Review: Samsung Fascinate
The Samsung Fascinate earns its title with a fascinating blend of influences and features. It's a Google Android phone with Samsung's TouchWIZ interface tweaks running Verizon Wireless branded features with search and maps handled by Microsoft Bing. Let that sink in, because that is a Shakespearean cast of strange bedfellows, indeed.
The interface is TouchWIZ on top of Android 2.1, the same as all the other Samsung Galaxy S phones. It's bright and colorful, a bit more playful than the stock Android interface, but occasionally in a cartoon way that comes across as goofy. I don't mind the TouchWIZ interface, except when Samsung's design seemed to hurt performance with the touch lag I noted.
Some of the most important features are stock Verizon Wireless fare. Navigation is available from VZ Navigator. The music store is V Cast, not Amazon MP3. There's a V Cast Ringtones store app and a V Cast Video app. Beyond V Cast, there's Blockbuster video and many, many more apps. Most of these you can delete, but some, like Blockbuster and the Need for Speed Demo, cannot be uninstalled.
In other words, the Samsung Fascinate is the phone that I worried the Motorola Droid would be. It's the carrier-stamped Android phone. Instead of the stock Google kit, with Google Search, you get Bing search when you press the Search button, with no way to change your Search results provider. You can download Google Maps from the App Market, but the phone has other navigation and mapping options built in.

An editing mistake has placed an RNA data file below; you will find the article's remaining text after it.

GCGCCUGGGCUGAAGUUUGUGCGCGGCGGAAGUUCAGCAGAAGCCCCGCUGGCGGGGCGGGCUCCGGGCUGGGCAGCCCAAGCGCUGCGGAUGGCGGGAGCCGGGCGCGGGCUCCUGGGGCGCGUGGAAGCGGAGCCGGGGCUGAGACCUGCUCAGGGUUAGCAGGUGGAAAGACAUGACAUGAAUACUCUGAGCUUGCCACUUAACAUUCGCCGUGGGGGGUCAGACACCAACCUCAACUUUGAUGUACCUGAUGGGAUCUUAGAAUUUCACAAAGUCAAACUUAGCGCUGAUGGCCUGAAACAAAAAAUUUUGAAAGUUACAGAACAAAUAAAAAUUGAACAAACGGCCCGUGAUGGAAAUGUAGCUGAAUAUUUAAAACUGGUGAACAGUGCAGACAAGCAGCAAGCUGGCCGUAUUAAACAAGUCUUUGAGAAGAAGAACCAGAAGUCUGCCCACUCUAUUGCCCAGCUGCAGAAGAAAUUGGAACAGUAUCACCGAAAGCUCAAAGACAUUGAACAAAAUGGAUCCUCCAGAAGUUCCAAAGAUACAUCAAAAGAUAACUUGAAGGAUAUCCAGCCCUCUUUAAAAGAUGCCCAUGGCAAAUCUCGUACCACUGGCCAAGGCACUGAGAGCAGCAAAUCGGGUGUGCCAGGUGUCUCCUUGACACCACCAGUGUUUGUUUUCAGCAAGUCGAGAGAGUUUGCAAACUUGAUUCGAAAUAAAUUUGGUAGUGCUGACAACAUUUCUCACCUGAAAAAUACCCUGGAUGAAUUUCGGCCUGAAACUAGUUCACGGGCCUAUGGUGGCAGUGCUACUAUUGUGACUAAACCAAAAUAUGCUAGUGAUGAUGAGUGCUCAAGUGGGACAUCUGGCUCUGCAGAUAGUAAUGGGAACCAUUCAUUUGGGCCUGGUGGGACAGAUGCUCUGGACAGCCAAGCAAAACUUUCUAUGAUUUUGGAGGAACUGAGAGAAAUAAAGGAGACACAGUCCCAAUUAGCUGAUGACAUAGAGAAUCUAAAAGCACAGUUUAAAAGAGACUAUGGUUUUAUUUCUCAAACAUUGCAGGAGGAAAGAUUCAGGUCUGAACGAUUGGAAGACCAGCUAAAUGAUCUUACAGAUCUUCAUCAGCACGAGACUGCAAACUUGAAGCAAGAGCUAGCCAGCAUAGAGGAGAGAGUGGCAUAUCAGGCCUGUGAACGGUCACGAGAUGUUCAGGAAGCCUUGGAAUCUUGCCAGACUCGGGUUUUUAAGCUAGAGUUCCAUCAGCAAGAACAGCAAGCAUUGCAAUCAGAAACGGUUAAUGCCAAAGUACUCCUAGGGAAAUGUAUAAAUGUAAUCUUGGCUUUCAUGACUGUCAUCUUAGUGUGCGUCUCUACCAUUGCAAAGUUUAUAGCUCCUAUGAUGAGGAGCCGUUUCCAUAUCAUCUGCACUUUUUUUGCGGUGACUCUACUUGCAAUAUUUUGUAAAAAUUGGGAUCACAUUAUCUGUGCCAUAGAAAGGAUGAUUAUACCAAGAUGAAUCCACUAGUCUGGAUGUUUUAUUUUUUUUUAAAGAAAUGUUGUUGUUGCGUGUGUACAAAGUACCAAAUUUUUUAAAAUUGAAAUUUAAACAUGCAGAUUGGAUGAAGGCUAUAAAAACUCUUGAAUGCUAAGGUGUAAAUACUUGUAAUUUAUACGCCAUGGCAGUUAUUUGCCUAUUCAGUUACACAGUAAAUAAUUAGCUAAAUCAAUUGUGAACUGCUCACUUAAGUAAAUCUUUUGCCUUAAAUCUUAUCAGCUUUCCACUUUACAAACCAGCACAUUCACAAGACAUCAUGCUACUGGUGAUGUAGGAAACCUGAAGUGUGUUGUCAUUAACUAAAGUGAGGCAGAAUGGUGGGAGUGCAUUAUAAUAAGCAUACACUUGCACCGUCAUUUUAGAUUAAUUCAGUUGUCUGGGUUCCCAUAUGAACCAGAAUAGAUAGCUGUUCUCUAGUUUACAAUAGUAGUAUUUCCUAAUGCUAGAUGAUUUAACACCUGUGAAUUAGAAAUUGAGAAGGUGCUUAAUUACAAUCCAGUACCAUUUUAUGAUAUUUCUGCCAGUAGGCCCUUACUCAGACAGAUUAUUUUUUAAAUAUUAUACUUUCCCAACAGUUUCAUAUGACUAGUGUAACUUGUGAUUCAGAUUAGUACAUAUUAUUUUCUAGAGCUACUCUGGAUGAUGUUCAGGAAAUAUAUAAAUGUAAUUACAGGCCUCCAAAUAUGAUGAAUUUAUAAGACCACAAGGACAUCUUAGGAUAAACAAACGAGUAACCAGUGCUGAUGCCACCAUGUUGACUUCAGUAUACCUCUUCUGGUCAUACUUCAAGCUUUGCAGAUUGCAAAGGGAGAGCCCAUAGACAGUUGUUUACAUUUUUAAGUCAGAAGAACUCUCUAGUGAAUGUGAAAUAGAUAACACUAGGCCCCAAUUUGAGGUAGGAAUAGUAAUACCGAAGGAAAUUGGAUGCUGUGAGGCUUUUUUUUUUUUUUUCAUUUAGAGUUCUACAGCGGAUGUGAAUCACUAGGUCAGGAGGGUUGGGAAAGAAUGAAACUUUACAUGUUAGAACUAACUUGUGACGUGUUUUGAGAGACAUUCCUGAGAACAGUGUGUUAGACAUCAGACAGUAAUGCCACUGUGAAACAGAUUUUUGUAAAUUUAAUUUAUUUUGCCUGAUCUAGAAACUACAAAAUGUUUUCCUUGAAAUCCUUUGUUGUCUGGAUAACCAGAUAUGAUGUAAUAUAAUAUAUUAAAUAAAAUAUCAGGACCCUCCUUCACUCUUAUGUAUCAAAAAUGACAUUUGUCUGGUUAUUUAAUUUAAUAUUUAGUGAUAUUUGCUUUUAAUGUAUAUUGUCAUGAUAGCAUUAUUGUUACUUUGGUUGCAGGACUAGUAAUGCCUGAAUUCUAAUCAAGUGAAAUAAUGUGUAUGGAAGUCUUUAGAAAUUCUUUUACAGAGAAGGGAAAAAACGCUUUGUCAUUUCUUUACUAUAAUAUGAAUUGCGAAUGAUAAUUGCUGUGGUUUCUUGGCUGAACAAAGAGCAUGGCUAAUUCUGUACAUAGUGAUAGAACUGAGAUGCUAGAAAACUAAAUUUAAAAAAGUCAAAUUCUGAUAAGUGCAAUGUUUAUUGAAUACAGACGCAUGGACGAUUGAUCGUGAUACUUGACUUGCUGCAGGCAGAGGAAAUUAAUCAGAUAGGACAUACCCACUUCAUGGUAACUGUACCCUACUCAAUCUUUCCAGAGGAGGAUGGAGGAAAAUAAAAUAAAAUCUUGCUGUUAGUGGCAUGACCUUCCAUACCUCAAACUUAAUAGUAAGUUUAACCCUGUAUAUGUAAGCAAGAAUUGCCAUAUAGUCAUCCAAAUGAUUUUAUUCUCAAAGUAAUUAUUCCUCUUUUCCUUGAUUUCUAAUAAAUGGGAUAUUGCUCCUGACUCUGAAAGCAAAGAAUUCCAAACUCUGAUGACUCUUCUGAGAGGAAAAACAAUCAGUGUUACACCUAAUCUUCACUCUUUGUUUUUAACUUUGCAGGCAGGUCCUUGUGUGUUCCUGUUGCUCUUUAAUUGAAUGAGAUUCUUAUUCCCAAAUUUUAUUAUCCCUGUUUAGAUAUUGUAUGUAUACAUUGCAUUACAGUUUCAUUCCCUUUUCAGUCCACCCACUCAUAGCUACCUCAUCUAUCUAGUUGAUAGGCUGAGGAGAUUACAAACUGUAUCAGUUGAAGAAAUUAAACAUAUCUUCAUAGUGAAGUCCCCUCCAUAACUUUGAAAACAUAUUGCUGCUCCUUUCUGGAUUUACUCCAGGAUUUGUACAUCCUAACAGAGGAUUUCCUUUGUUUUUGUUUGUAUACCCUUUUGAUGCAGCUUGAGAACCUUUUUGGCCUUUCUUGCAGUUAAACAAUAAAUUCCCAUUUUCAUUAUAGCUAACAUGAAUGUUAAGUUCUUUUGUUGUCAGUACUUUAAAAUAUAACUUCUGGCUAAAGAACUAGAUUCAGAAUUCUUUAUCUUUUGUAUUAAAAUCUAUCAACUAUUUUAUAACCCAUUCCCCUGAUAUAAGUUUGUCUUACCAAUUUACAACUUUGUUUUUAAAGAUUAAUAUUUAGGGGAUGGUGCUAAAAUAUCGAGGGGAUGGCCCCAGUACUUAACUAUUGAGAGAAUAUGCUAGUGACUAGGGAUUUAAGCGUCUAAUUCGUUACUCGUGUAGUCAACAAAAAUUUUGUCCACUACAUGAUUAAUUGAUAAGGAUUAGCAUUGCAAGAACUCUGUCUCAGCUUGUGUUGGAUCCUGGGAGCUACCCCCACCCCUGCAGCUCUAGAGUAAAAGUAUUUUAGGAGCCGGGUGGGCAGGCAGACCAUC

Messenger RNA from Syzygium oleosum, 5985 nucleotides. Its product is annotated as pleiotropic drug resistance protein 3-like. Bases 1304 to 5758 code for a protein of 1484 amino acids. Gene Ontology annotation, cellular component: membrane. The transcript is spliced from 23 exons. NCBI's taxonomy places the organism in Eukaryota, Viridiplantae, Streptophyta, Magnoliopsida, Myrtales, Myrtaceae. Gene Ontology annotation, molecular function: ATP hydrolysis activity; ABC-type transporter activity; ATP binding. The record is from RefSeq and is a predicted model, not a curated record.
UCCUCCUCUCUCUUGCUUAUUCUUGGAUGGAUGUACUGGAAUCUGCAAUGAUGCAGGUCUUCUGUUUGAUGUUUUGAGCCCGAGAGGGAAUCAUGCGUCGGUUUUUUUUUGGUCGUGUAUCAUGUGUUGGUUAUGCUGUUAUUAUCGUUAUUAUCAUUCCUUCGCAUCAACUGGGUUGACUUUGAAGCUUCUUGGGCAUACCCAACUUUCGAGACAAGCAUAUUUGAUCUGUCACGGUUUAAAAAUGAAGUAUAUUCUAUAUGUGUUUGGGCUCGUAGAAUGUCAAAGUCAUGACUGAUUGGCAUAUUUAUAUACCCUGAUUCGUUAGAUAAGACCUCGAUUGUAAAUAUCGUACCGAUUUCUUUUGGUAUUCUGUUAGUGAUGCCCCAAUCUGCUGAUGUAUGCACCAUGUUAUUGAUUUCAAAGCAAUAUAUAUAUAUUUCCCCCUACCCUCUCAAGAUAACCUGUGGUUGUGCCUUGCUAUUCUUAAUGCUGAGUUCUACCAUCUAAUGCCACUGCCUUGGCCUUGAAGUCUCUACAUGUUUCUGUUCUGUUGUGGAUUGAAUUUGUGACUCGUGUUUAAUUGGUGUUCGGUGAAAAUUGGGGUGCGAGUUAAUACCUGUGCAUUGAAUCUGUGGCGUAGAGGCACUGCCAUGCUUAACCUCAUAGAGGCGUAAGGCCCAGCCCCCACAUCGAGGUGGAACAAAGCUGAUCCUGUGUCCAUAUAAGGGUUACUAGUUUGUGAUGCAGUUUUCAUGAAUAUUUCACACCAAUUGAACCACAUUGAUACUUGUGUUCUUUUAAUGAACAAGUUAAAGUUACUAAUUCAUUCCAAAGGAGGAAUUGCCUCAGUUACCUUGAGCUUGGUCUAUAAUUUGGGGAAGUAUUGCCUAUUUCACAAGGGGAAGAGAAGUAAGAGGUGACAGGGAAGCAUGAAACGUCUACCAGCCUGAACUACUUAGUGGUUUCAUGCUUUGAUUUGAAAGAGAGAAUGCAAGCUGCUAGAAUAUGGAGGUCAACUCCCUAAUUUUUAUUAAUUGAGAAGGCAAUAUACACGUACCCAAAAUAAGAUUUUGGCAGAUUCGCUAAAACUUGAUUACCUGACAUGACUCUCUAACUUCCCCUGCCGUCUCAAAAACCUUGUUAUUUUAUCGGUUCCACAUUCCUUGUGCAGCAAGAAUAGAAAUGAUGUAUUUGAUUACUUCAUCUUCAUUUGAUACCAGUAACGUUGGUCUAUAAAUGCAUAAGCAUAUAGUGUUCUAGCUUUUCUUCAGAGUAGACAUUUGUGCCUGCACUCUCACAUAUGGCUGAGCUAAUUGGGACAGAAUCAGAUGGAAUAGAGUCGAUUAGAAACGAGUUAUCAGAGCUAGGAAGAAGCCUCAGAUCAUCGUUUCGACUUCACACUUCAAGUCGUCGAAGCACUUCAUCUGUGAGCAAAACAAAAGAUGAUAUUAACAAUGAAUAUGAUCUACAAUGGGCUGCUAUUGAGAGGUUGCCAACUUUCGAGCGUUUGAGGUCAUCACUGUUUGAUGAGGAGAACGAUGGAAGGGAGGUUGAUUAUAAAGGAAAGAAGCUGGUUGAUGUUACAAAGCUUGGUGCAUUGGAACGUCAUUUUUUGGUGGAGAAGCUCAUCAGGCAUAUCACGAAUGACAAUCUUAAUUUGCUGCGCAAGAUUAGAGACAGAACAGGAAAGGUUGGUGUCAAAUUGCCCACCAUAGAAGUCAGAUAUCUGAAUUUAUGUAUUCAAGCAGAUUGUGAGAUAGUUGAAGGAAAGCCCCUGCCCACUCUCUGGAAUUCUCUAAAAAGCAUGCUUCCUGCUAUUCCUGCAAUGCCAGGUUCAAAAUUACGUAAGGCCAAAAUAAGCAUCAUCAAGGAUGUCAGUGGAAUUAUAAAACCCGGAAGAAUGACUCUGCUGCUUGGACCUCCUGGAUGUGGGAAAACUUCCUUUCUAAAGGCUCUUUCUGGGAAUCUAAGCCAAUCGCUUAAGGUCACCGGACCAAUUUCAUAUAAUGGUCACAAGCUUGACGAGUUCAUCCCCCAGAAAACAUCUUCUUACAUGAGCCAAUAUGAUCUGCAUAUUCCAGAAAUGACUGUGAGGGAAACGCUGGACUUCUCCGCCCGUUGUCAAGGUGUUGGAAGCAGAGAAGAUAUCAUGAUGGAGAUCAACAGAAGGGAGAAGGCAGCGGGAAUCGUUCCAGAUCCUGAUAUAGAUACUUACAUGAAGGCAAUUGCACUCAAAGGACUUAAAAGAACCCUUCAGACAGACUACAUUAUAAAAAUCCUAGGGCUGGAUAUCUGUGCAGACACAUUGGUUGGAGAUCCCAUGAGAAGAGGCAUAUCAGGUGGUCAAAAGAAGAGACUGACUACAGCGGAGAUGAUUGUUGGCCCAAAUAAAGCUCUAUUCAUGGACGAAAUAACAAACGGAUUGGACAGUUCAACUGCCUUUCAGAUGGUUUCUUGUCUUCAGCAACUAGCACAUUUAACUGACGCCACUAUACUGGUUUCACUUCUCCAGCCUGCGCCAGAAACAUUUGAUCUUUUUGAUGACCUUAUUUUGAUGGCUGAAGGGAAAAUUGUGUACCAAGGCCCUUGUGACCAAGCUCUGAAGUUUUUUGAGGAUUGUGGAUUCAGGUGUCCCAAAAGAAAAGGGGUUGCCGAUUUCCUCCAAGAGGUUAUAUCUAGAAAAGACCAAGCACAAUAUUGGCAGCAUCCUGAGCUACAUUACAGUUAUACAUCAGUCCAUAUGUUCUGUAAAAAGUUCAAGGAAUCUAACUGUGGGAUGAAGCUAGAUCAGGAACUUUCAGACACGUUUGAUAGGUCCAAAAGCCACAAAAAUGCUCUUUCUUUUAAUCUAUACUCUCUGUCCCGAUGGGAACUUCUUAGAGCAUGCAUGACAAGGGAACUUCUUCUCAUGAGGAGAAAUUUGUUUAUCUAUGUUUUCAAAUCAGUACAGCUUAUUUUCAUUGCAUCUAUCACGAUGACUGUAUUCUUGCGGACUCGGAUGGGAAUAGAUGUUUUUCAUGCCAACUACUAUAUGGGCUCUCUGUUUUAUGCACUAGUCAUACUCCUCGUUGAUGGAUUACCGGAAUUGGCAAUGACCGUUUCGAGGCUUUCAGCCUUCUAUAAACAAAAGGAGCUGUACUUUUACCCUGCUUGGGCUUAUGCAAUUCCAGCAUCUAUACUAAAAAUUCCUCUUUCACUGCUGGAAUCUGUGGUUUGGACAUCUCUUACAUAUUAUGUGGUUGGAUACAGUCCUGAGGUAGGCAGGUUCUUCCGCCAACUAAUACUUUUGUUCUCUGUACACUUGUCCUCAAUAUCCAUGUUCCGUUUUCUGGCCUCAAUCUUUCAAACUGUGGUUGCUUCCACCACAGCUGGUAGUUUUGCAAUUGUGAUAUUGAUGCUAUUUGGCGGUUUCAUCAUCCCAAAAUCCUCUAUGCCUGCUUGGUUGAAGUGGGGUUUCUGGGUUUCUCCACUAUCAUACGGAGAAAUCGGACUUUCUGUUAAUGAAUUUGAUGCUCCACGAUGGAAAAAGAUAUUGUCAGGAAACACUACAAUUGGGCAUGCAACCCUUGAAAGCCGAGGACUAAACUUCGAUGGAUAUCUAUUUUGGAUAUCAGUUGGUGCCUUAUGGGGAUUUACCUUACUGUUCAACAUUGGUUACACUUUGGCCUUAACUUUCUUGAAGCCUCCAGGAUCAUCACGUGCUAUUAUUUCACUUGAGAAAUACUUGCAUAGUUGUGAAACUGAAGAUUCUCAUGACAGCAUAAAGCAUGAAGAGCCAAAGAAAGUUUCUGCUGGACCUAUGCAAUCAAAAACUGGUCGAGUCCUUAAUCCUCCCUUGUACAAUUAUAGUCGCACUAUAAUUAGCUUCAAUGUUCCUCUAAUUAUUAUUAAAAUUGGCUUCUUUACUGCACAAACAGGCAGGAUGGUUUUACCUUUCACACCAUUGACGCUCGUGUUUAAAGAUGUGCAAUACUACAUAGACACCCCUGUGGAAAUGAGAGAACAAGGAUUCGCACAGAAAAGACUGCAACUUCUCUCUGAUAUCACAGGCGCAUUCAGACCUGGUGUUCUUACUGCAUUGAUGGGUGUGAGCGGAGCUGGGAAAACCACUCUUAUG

So the main difference is Google search versus Bing search. The search feature still looks through your contacts, your music files and your applications in addition to suggesting a Web search, which opens Bing. Bing also offers maps, image search, news search and a dedicated section for local movie times. I found the Bing results somewhat limited compared to Google search results on other Android phones, and the interface seemed like a step back, ignoring the cool background image in the Bing search app. I prefer Google, but Bing wasn't much of a factor either way. I suppose if you have a strong preference for Microsoft over Google . . . well, why are you buying an Android phone?